THIS IS... IRVINE'S CHAMPION & WINNER OKEYJUNIOR TENNIS | USTA SOUTHERN CALIFORNIA
DECEMBER 13, 2022 | DARRYL NASH
THIS IS... IRVINE'S CHAMPION & WINNER OKEYUSTA SOUTHERN CALIFORNIA
DECEMBER 13, 2022
SHARE THIS STORY
They are as known for their first names as they are for their tennis, but that tide is beginning to shift as Champion and Winner Okey further establish themselves at the height of their junior tennis careers. While the 15-year-old twins from Irvine are on the verge of major career decisions that determine their immediate futures in the game, it is all too clear that they remain on course for great things, with just a little bit of sibling rivalry to spice things up a bit.
Despite the default expectation that they’d naturally make a dynamic doubles team, and the optics that reflect the legendary Southern Californian Bryan brothers or Williams sisters, the Okey twins unquestionably favor singles competition over tandem play.
“It’s the individual part of the sport,” Winner says of what attracts him most to the competition. “I want (the outcome) to be up to me.”
Still, the twins realize the value in joining forces on the other side of the net. “We know we can do well in doubles. We both have big serves,” Champion adds, noting that their physical games are well suited for the power of doubles play.
Still, they chide each other with ease. “I get mad at him because he misses dumb shots,” Winner laughs.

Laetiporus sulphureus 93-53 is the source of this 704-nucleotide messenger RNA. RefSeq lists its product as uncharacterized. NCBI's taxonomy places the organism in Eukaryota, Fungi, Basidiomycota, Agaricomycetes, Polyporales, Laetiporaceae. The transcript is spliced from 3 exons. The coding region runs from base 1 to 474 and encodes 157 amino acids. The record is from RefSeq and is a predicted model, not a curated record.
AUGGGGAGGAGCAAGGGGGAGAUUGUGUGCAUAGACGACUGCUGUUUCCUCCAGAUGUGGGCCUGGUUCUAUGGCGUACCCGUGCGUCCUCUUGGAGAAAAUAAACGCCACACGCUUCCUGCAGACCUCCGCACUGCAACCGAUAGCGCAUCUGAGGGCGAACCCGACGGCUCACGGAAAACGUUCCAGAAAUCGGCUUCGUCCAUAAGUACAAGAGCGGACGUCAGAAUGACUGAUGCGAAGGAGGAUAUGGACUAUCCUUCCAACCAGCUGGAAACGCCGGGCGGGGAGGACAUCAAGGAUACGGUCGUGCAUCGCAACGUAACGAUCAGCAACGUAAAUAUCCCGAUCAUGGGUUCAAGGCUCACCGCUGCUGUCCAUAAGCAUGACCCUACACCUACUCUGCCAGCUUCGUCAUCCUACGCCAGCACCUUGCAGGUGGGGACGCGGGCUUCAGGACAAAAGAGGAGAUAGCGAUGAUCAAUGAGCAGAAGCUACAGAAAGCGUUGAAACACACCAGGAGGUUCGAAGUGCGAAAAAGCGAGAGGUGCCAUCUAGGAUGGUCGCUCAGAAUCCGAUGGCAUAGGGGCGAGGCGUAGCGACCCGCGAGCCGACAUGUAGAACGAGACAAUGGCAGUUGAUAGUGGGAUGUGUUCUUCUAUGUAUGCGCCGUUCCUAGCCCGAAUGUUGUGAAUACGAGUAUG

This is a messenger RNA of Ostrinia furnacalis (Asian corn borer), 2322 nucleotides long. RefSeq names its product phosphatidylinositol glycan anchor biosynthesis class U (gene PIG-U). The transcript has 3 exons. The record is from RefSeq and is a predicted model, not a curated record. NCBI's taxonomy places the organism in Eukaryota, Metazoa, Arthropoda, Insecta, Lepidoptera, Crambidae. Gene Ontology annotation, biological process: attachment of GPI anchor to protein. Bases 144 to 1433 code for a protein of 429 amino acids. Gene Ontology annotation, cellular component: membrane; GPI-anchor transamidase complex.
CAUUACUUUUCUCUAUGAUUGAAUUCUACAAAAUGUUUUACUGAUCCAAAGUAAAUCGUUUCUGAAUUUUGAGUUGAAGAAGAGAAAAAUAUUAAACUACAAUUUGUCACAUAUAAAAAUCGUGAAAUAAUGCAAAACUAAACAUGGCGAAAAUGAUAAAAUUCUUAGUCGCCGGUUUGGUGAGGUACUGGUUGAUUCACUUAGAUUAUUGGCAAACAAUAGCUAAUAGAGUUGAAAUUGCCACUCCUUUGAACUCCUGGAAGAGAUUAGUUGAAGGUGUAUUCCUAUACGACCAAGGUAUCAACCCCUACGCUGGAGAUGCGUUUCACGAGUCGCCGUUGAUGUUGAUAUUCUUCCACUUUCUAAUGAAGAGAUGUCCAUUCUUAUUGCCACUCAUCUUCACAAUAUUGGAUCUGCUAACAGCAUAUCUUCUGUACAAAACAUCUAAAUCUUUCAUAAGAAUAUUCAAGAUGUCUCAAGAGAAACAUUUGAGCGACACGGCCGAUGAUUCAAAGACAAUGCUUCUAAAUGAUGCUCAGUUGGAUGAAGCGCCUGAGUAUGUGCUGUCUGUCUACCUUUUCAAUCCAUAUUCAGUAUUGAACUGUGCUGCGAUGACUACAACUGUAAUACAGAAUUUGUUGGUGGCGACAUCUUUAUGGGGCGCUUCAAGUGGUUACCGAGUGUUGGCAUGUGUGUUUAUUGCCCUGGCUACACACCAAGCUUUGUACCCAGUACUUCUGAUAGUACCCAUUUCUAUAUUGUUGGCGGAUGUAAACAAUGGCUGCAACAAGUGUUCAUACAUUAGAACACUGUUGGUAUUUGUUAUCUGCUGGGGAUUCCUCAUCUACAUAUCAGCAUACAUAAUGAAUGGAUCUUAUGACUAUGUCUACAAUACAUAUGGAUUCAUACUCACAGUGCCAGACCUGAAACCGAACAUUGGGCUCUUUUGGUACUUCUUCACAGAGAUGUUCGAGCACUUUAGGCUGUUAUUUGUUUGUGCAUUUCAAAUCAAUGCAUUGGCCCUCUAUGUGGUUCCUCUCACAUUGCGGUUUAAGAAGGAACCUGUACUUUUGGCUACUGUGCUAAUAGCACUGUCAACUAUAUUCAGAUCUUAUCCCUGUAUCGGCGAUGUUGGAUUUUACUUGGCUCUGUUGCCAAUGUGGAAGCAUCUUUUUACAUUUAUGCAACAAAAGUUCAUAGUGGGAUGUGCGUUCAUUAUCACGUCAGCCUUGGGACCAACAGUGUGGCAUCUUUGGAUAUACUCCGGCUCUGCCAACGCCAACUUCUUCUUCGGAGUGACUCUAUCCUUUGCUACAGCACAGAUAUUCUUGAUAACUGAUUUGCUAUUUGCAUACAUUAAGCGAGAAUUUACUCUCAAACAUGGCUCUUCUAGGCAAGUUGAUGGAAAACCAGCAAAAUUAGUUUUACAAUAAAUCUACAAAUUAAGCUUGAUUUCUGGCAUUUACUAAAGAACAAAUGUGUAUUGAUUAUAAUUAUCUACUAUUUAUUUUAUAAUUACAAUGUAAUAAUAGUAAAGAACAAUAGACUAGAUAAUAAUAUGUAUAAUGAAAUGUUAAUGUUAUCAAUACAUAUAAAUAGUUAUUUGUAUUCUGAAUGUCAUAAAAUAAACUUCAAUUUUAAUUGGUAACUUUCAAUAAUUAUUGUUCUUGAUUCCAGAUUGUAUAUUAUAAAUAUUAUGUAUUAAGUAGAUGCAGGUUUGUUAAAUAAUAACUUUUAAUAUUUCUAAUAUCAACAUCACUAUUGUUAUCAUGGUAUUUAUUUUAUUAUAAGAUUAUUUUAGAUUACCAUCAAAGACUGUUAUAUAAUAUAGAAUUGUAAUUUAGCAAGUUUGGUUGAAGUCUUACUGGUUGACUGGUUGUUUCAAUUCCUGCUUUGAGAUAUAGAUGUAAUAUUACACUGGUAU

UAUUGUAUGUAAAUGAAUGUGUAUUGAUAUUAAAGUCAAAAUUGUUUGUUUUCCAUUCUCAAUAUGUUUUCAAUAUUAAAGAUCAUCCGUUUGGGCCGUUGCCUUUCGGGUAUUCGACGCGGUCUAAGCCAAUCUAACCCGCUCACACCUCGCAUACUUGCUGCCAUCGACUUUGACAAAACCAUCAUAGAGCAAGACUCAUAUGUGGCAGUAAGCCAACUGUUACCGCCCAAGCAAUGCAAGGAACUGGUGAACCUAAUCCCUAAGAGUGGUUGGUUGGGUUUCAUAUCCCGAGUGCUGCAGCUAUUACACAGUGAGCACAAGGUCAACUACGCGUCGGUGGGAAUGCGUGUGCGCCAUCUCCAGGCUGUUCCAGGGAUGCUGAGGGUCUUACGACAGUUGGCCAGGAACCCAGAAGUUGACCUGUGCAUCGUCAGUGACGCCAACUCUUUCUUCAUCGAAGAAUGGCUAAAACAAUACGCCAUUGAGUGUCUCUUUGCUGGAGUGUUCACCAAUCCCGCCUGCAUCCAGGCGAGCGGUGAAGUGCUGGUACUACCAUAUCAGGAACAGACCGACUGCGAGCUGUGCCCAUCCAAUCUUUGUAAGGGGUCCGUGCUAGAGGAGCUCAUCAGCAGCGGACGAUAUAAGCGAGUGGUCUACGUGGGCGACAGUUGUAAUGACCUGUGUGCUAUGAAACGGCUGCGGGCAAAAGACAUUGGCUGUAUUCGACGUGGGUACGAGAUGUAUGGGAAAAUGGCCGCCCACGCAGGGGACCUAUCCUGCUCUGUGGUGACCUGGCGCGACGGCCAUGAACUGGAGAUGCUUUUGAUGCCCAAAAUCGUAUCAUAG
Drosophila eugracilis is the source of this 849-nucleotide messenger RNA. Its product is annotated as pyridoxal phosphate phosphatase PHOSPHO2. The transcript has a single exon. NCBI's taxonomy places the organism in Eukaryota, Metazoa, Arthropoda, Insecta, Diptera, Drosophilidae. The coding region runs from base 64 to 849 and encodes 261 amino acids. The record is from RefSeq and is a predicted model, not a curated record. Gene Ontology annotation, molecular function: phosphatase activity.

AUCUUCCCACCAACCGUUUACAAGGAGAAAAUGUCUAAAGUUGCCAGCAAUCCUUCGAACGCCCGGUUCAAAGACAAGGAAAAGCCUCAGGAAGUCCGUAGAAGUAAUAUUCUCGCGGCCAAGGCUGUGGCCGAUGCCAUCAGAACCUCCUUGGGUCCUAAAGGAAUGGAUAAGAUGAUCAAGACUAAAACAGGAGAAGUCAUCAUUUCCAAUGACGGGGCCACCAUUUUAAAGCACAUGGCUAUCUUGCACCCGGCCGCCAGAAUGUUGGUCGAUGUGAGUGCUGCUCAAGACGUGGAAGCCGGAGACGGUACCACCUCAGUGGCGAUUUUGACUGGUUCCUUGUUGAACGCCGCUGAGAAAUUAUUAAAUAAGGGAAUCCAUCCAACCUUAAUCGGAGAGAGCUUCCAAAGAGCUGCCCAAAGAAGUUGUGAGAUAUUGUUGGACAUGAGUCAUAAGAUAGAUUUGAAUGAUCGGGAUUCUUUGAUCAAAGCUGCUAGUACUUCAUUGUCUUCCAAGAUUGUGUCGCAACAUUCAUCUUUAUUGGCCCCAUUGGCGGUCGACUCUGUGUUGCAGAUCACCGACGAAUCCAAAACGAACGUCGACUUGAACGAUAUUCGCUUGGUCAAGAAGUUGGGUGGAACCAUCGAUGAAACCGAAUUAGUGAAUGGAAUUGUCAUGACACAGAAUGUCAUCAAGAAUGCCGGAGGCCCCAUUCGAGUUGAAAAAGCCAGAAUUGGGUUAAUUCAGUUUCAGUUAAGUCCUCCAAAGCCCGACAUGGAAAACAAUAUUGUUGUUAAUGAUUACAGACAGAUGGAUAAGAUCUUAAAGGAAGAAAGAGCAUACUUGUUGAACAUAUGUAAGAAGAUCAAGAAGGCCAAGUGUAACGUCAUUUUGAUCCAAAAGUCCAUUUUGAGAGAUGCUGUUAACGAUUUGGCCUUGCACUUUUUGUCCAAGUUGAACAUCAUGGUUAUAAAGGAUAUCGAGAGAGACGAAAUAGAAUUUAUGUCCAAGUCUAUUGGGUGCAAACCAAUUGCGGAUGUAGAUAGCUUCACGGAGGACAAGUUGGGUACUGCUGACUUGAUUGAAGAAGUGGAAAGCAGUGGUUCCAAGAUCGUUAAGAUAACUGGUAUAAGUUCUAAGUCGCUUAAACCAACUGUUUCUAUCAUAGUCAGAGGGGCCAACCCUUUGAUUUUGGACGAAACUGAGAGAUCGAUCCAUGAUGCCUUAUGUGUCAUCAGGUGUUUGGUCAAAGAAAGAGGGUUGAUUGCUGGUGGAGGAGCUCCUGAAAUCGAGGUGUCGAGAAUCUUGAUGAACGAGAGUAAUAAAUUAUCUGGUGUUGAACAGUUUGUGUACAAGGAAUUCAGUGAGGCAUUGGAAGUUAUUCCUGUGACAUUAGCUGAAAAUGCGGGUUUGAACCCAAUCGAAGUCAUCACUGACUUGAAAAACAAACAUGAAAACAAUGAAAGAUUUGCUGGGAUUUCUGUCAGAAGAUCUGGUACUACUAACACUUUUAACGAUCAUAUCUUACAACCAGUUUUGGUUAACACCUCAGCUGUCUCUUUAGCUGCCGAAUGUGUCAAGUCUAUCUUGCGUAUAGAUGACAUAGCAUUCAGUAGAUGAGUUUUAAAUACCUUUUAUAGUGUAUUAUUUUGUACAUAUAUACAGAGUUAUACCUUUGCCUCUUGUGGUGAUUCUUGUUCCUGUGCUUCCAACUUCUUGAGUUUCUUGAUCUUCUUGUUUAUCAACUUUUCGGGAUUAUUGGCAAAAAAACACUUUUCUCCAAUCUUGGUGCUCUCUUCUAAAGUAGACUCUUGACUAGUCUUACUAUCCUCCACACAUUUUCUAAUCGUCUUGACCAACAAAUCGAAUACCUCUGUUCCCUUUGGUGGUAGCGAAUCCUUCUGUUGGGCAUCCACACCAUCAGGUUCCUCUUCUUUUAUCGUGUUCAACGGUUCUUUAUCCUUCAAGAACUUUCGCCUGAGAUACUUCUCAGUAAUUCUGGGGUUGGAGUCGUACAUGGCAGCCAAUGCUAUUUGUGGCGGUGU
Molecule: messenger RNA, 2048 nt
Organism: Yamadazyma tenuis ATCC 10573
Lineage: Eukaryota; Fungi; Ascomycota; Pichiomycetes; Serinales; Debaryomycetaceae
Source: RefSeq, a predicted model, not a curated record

Equally intriguing is the concept of facing off in a singles draw, something that had happened only four times in their young careers, but never in a major tournament. Of those four meetings, the brother have split at two-apiece.
Champion – the elder brother by about 60 seconds – and Winner took to tennis at a young age, after an early introduction to racquet spots by their father, an accomplished table tennis player. But the larger racquet and wider court appealed to the boys, and their ascent has been steady. Recently, the Okeys shifted to home schooling, with the desire to focus more on developing their tennis game along with their studies.
“This year, we decided to home school for more training,” said Winner, who was nursing a midsummer injury ahead of the fall schedule. “So hopefully we’ll take it more seriously, play some of the bigger tournaments and Nationals.”
After that, the brothers will weigh options about their future in the game, with both pro tennis and the collegiate experience on their radar. “We’d like to (go pro), but we’re also thinking about college,” Champion added. “I think when we get closer to that age, we’ll see how good we are and decide then.”
Still the hard-hitting question remains – which is better, a champion or a winner?
“We had this discussion a few weeks ago,” Winner recalled. “You know when they say, ‘winner takes all’? Well, I guess I take all!”
His brother was quick to counter. “You can be a winner but not a champion,” Champion said. “If you’re a champion, you have to be a winner.”
Yes, this a friendly sibling rivalry that will be fun to watch in the years to come.